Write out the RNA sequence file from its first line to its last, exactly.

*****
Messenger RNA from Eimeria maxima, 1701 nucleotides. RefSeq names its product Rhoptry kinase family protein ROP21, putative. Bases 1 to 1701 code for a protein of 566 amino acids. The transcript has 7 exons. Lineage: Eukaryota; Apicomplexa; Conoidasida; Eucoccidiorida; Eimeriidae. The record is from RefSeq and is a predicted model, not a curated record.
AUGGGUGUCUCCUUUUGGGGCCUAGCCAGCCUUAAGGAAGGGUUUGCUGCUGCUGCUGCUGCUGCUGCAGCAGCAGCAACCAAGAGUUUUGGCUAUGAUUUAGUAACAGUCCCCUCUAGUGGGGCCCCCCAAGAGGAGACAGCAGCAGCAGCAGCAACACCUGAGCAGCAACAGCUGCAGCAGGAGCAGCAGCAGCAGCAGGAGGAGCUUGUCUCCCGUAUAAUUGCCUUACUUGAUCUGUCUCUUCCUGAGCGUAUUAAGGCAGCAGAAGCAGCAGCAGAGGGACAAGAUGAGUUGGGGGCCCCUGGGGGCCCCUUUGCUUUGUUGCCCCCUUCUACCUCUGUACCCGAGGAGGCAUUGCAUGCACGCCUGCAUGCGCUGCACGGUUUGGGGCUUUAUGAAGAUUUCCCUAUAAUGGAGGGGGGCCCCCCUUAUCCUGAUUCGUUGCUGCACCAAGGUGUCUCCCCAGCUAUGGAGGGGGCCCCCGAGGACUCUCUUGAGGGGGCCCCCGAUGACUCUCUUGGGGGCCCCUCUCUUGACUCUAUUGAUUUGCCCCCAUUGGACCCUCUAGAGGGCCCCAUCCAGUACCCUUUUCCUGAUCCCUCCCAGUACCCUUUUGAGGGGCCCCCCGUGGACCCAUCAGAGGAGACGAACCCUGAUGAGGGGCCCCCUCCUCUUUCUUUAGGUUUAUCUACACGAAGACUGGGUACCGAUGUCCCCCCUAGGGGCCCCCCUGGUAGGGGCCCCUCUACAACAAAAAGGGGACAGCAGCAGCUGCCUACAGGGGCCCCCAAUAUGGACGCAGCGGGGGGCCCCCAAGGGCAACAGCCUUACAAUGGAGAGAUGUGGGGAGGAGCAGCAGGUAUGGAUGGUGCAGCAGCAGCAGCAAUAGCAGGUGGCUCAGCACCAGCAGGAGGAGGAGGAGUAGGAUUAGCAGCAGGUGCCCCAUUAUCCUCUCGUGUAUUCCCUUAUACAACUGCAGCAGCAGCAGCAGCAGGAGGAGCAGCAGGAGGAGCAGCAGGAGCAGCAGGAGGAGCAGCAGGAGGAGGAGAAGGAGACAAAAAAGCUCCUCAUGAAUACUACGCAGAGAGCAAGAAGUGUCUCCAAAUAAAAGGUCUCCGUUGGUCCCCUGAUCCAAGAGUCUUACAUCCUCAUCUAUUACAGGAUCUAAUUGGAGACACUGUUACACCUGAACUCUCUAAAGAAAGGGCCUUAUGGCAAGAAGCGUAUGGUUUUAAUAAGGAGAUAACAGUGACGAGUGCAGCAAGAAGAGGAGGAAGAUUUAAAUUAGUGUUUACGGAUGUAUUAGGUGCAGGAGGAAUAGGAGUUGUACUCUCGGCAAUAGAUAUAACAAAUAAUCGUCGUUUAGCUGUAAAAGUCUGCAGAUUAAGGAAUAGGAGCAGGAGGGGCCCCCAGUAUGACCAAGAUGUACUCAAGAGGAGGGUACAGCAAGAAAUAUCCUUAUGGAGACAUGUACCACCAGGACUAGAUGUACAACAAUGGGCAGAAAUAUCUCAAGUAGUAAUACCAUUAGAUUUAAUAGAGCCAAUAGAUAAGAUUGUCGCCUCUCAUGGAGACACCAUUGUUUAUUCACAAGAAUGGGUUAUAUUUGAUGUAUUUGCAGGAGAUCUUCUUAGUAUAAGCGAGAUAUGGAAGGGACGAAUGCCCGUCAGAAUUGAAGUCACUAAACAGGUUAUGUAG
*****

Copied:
Messenger RNA from Eimeria maxima, 1701 nucleotides. RefSeq names its product Rhoptry kinase family protein ROP21, putative. Bases 1 to 1701 code for a protein of 566 amino acids. The transcript has 7 exons. Lineage: Eukaryota; Apicomplexa; Conoidasida; Eucoccidiorida; Eimeriidae. The record is from RefSeq and is a predicted model, not a curated record.
AUGGGUGUCUCCUUUUGGGGCCUAGCCAGCCUUAAGGAAGGGUUUGCUGCUGCUGCUGCUGCUGCUGCAGCAGCAGCAACCAAGAGUUUUGGCUAUGAUUUAGUAACAGUCCCCUCUAGUGGGGCCCCCCAAGAGGAGACAGCAGCAGCAGCAGCAACACCUGAGCAGCAACAGCUGCAGCAGGAGCAGCAGCAGCAGCAGGAGGAGCUUGUCUCCCGUAUAAUUGCCUUACUUGAUCUGUCUCUUCCUGAGCGUAUUAAGGCAGCAGAAGCAGCAGCAGAGGGACAAGAUGAGUUGGGGGCCCCUGGGGGCCCCUUUGCUUUGUUGCCCCCUUCUACCUCUGUACCCGAGGAGGCAUUGCAUGCACGCCUGCAUGCGCUGCACGGUUUGGGGCUUUAUGAAGAUUUCCCUAUAAUGGAGGGGGGCCCCCCUUAUCCUGAUUCGUUGCUGCACCAAGGUGUCUCCCCAGCUAUGGAGGGGGCCCCCGAGGACUCUCUUGAGGGGGCCCCCGAUGACUCUCUUGGGGGCCCCUCUCUUGACUCUAUUGAUUUGCCCCCAUUGGACCCUCUAGAGGGCCCCAUCCAGUACCCUUUUCCUGAUCCCUCCCAGUACCCUUUUGAGGGGCCCCCCGUGGACCCAUCAGAGGAGACGAACCCUGAUGAGGGGCCCCCUCCUCUUUCUUUAGGUUUAUCUACACGAAGACUGGGUACCGAUGUCCCCCCUAGGGGCCCCCCUGGUAGGGGCCCCUCUACAACAAAAAGGGGACAGCAGCAGCUGCCUACAGGGGCCCCCAAUAUGGACGCAGCGGGGGGCCCCCAAGGGCAACAGCCUUACAAUGGAGAGAUGUGGGGAGGAGCAGCAGGUAUGGAUGGUGCAGCAGCAGCAGCAAUAGCAGGUGGCUCAGCACCAGCAGGAGGAGGAGGAGUAGGAUUAGCAGCAGGUGCCCCAUUAUCCUCUCGUGUAUUCCCUUAUACAACUGCAGCAGCAGCAGCAGCAGGAGGAGCAGCAGGAGGAGCAGCAGGAGCAGCAGGAGGAGCAGCAGGAGGAGGAGAAGGAGACAAAAAAGCUCCUCAUGAAUACUACGCAGAGAGCAAGAAGUGUCUCCAAAUAAAAGGUCUCCGUUGGUCCCCUGAUCCAAGAGUCUUACAUCCUCAUCUAUUACAGGAUCUAAUUGGAGACACUGUUACACCUGAACUCUCUAAAGAAAGGGCCUUAUGGCAAGAAGCGUAUGGUUUUAAUAAGGAGAUAACAGUGACGAGUGCAGCAAGAAGAGGAGGAAGAUUUAAAUUAGUGUUUACGGAUGUAUUAGGUGCAGGAGGAAUAGGAGUUGUACUCUCGGCAAUAGAUAUAACAAAUAAUCGUCGUUUAGCUGUAAAAGUCUGCAGAUUAAGGAAUAGGAGCAGGAGGGGCCCCCAGUAUGACCAAGAUGUACUCAAGAGGAGGGUACAGCAAGAAAUAUCCUUAUGGAGACAUGUACCACCAGGACUAGAUGUACAACAAUGGGCAGAAAUAUCUCAAGUAGUAAUACCAUUAGAUUUAAUAGAGCCAAUAGAUAAGAUUGUCGCCUCUCAUGGAGACACCAUUGUUUAUUCACAAGAAUGGGUUAUAUUUGAUGUAUUUGCAGGAGAUCUUCUUAGUAUAAGCGAGAUAUGGAAGGGACGAAUGCCCGUCAGAAUUGAAGUCACUAAACAGGUUAUGUAG